In the Senate, that could force Kingston into a tight spot on certain issues. The chamber supported a Democratic-led overhaul of immigration law and a bipartisan deal to reopen government last fall and raise the nation’s borrowing limit. In the House, Kingston sided with tea party interests in opposing both efforts.
A couple weeks ago, on Georgia Public Broadcasting’s On the Story, I mentioned after the GOP Senate debate that the brilliance of Perdue’s anti-Washington and anti-Insider strategy was that it allowed him to frame criticism from any of the other major candidates as more of the same Washington politics, both deflecting the critique and reasserting his campaign theme.
But the other side of that sword cuts too – perhaps most sharply when Perdue crowed on election night of having retired “three career politicians,” – by giving Kingston, Handel, and the others more common ground once the field was winnowed.
In the coming days, I would be surprised if Rep. Phil Gingrey doesn’t also endorse Kingston. This will be valuable as Gingrey’s home district hosts a contentious runoff between former Congressman Bob Barr and charter member of the state legislature’s Tinfoil Hat Caucus Barry Loudermilk.
I failed to note yesterday that I have previously done work for the Barr campaign in the 11th District in voter analytics, an inadvertant omission for which I apologize, though I have noted that fact on previous occasions, including several of the morning emails.
Election and Registration Director Janet Shellnutt said one card did not get uploaded Tuesday night because a technician missed a voting machine, and there were also six people who voted in the wrong district.
“That’s why the election report is unofficial or incomplete because we knew the next morning that something wasn’t right, but we couldn’t run them again until that Friday,” Shellnutt said.
Shellnutt said the elections department does give people the opportunity to vote in different districts, but they would vote on a paper ballot and only the state races would be valid.
“Yes, we had six people that voted in the third (district) on a paper ballot that should have voted in District Four, but those people, and I don’t mean to be ugly, at some point you need to be responsible for themselves and check out where you’re supposed to be voting and not wait until 10 (minutes) to 7 p.m,” she said.
The final vote tally separating incumbent Reid Bowman from contender Blake Prince was by only two votes instead of the originally reported 21 vote margin.
It was originally determined Prince, who had 50.47 percent of the vote with 1,120 votes, defeated Bowman by less than a percentage point. Bowman had 1,099 votes with 49.53 percent.
However after the unofficial results were certified Friday, it was determined Bowman had 1,125 votes while Prince had 1,127 votes.
“In order to protect the integrity of the voting system, I have respectfully asked for a recount,” Bowman said in a statement on his election page. “As I have stated before, God does not make any mistakes. However, with that being said, people do. Example 21 votes to 2 votes.”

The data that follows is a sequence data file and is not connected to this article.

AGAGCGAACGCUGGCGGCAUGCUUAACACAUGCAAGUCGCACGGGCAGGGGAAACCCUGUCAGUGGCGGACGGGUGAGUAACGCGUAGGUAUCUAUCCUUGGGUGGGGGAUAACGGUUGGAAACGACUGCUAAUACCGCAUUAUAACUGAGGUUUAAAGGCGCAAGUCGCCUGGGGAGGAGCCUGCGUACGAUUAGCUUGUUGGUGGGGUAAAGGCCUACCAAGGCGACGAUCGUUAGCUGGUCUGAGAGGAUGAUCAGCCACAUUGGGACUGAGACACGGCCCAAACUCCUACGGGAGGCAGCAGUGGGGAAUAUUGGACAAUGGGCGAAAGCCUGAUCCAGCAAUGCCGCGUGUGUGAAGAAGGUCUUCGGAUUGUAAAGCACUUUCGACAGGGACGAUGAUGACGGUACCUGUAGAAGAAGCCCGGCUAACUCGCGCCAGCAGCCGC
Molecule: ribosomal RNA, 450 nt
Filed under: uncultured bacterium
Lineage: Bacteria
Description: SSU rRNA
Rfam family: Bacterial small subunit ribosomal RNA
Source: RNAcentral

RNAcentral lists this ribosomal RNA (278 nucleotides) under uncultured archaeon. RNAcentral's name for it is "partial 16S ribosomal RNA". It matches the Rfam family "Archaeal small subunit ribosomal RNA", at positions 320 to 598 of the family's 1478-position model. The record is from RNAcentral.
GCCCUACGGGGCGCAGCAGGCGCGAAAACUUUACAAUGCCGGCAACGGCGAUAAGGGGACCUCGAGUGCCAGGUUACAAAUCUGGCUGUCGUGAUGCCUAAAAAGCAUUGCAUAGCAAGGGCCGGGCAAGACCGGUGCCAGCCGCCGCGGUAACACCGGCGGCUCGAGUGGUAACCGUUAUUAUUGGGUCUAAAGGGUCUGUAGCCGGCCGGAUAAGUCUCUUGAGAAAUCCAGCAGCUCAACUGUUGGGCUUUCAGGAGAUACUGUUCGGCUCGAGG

Harris County Commissioner James R. Woods and challenger Andrew M. Sivell will battle for the District 2 seat in a July 22 runoff after Tuesday’s election ended in a 384-vote tie, an official said Friday.
With a close vote margin in the Republican primary, both candidates could have requested a recount but no one asked for one. The candidates also rejected the coin flip to decide the contest, Jarrett said.
A runoff also will decide the Harris County Board of Education race between incumbent Timothy Edgar and Morgan Marlowe in District 2. Edgar collected 420 or 47.5 percent of the vote but not enough to avoid a runoff with Marlowe who recorded 335 or 38 percent of the votes.
Jarrett said Tuesday’s election was certified for all the races, including the tied race.
Turnout for the election was low. In a county with 19,054 registered voters, only about 18 percent cast ballots in the election.
Gladys is a 4-year old female English Spring Spaniel who is sweet, well-behaved, housetrained and crate trained. She is settling in nicely with her foster family, learning basic commands and her new name, and enjoying playtime in the yard and family cuddle time on the couch. She is mostly ignoring her canine and feline siblings, though it is tempting to chase those cats if they run. After a trip to the vet, we also found out that she has probably raised some puppies in her past life. That won’t be happening again as she is now spayed.
Gladys is not your typical Velcro Springer. While she likes and welcomes attention, she tends to hang back and take it all in. Gladys is a little shy around new people at first, but when it’s clear they’re friendly, she warms right up and gives kisses. If she’s nervous or stressed, she takes refuge in an out-of-the way corner until things quiet down.
We think this pretty lady would fit right in with almost any family. She is currently living with pre-teen children and enjoying their company. She hasn’t been interested in playing with the resident dogs, so she would probably be fine as an only dog or with another friendly dog. She does best crated when family members are away, and she likes to have a window perch to watch the outdoor action.
Pip has turned into a very handsome and big boy. He is very well taken care off and very easy going and sweet. He is used to going to the dog park, social with other dogs and playful. Good around children. NO idea about cats